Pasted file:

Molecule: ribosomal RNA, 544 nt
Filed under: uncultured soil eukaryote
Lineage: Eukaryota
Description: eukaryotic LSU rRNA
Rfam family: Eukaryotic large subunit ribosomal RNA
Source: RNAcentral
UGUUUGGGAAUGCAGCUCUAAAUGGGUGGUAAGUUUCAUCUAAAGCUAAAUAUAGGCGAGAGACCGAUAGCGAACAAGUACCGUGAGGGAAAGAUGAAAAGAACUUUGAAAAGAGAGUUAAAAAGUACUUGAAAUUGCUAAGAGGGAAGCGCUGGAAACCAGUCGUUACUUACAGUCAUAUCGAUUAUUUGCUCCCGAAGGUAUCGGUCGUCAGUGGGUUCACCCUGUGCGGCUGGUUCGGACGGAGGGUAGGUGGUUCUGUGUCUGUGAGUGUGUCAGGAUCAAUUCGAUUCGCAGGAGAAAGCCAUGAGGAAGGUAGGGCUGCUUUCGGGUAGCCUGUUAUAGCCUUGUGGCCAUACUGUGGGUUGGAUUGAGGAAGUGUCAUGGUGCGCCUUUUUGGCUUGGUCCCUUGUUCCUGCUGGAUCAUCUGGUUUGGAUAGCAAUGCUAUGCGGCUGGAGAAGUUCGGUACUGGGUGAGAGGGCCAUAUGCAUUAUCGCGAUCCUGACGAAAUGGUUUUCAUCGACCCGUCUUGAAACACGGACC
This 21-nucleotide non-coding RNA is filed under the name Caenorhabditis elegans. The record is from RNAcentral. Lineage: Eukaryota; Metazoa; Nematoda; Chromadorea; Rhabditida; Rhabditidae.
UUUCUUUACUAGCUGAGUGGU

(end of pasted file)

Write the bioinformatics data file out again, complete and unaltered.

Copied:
Molecule: ribosomal RNA, 544 nt
Filed under: uncultured soil eukaryote
Lineage: Eukaryota
Description: eukaryotic LSU rRNA
Rfam family: Eukaryotic large subunit ribosomal RNA
Source: RNAcentral
UGUUUGGGAAUGCAGCUCUAAAUGGGUGGUAAGUUUCAUCUAAAGCUAAAUAUAGGCGAGAGACCGAUAGCGAACAAGUACCGUGAGGGAAAGAUGAAAAGAACUUUGAAAAGAGAGUUAAAAAGUACUUGAAAUUGCUAAGAGGGAAGCGCUGGAAACCAGUCGUUACUUACAGUCAUAUCGAUUAUUUGCUCCCGAAGGUAUCGGUCGUCAGUGGGUUCACCCUGUGCGGCUGGUUCGGACGGAGGGUAGGUGGUUCUGUGUCUGUGAGUGUGUCAGGAUCAAUUCGAUUCGCAGGAGAAAGCCAUGAGGAAGGUAGGGCUGCUUUCGGGUAGCCUGUUAUAGCCUUGUGGCCAUACUGUGGGUUGGAUUGAGGAAGUGUCAUGGUGCGCCUUUUUGGCUUGGUCCCUUGUUCCUGCUGGAUCAUCUGGUUUGGAUAGCAAUGCUAUGCGGCUGGAGAAGUUCGGUACUGGGUGAGAGGGCCAUAUGCAUUAUCGCGAUCCUGACGAAAUGGUUUUCAUCGACCCGUCUUGAAACACGGACC
This 21-nucleotide non-coding RNA is filed under the name Caenorhabditis elegans. The record is from RNAcentral. Lineage: Eukaryota; Metazoa; Nematoda; Chromadorea; Rhabditida; Rhabditidae.
UUUCUUUACUAGCUGAGUGGU